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Find information on medical topics, symptoms, drugs, procedures, news and more, written for the health care professional.


By Hans P. Schlecht, MD, MSc, Assistant Professor of Medicine, Department of Medicine, Division of Infectious Diseases & HIV Medicine, Drexel University College of Medicine ; Christopher Bruno, MD, Assistant Professor of Medicine, Division of infectious Diseases & HIV Medicine, Drexel University College of Medicine

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Patient Education

Telavancin is a semisynthetic lipoglycopeptide derivative of vancomycin that has bactericidal activity exclusively against gram-positive bacteria. Telavancin inhibits cell wall synthesis and disrupts cell membrane integrity.


Parenteral telavancin penetrates well into pulmonary epithelial lining fluid and skin blisters.

Telavancin has a half-life of 7 to 9 h and a postantibiotic effect of about 4 h.

Telavancin is excreted by the kidneys so the dose must be adjusted in patients with renal insufficiency.


Telavancin is active against gram-positive bacteria such as

  • Streptococci

  • Enterococcus faecalis

  • E. faecium

  • Staphylococcus aureus, including S. aureus that is methicillin-resistant or vancomycin–intermediate-resistant

Telavancin is used for complicated skin and skin structure infections as well as for hospital-acquired and ventilator-acquired bacterial pneumonia caused by sensitive isolates of S. aureus. Outcome may be worse for patients with baseline moderate to severe renal insufficiency.


Telavancin is contraindicated in patients who are allergic to it. It should be used with care in patients who are allergic to vancomycin because cross-reactivity is possible.

Use During Pregnancy and Breastfeeding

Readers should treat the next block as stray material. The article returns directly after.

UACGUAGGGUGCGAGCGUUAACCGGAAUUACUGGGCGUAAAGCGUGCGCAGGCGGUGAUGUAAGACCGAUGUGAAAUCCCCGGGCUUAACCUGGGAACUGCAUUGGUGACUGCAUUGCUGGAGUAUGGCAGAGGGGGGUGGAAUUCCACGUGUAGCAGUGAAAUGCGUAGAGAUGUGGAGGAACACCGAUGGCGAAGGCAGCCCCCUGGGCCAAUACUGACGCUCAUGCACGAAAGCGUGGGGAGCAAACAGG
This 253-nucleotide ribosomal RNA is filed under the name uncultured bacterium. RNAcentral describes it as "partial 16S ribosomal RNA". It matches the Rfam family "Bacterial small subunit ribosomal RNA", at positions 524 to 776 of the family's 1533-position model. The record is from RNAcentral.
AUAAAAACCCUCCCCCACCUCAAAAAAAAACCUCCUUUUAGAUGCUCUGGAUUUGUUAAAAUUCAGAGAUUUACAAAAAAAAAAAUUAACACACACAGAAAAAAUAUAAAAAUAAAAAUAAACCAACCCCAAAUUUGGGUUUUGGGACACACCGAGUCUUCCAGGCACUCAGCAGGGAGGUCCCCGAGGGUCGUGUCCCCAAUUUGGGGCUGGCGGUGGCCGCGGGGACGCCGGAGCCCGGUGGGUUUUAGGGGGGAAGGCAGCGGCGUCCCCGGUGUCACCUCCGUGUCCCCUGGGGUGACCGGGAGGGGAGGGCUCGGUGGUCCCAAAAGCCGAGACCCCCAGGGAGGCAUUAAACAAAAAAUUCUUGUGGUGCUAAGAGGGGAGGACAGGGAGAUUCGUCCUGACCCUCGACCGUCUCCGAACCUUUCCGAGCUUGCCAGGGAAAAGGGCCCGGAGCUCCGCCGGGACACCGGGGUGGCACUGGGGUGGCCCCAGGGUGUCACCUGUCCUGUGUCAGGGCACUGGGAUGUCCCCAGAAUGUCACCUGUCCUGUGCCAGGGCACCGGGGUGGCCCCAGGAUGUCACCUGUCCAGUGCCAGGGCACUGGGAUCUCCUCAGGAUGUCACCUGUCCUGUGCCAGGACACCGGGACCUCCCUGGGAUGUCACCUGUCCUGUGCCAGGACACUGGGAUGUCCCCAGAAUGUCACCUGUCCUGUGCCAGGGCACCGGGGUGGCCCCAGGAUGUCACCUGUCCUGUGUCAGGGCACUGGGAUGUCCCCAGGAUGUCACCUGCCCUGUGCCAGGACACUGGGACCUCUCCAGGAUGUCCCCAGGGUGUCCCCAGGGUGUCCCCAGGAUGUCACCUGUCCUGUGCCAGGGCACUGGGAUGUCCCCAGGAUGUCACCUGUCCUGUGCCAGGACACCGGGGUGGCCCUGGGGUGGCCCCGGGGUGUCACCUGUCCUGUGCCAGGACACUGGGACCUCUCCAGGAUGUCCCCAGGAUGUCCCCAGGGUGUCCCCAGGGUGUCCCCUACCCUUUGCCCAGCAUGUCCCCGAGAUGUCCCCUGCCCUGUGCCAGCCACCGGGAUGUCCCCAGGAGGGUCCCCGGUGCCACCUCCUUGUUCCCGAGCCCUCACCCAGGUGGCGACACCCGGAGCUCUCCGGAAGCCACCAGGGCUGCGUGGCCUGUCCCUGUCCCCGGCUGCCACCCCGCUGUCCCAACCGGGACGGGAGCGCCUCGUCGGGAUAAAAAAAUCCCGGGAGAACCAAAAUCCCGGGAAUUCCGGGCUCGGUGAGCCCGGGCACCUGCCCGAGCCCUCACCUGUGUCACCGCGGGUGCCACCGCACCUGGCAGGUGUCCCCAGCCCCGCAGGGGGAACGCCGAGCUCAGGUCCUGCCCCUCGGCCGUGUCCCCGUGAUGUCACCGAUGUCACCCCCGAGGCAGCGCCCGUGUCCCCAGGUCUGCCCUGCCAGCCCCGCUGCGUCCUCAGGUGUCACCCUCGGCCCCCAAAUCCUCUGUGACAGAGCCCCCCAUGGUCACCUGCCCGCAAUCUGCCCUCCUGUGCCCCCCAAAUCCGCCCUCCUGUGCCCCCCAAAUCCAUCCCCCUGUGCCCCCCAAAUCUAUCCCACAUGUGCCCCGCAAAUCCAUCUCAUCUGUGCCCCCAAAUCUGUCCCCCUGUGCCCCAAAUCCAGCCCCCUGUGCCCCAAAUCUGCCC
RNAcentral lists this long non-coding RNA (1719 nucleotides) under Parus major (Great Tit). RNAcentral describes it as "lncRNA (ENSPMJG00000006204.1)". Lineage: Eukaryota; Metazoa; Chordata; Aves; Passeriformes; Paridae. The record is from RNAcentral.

Telavancin has had adverse effects on fetal development in animals, and there are no safety data in pregnant women to generate category C labeling.

There are no data regarding excretion in breast milk.

Adverse Effects

Common adverse effects include

  • Nausea and vomiting

  • Taste disturbance

  • Foamy urine

Telavancin also interferes with certain coagulation and urine protein assays.

Significant adverse effects include

  • A histamine-mediated pruritus and flushing of the face, neck, and shoulders, similar to the red-person syndrome that can occur with vancomycin

  • Nephrotoxicity, which may occur slightly more often with telavancin than with vancomycin

  • QTc prolongation

Pruritus and flushing can be prevented by infusing the drug over ≥ 60 min.

QTc prolongation occurred in healthy subjects in the clinical trials of telavancin; thus, telavancin should be used with caution or not be used in patients taking drugs that prolong the QT interval. Telavancin should not be used in patients with congenital long QT syndrome, known QTc prolongation, uncompensated heart failure, or severe left ventricular hypertrophy (patients with these disorders were excluded from the clinical trials).

Dosing Considerations

Telavancin dosing is based on creatinine clearance:

  • Creatinine clearance > 50 mL/min: 10 mg/kg IV q 24 h

  • Creatinine clearance 30 to 50 mL/min: 7.5 mg/kg q 24 h

  • Creatinine clearance 10 to < 30 mL/min: 10 mg/kg q 48 h

  • Creatinine clearance < 10 mL/min: Data limited, no recommendations available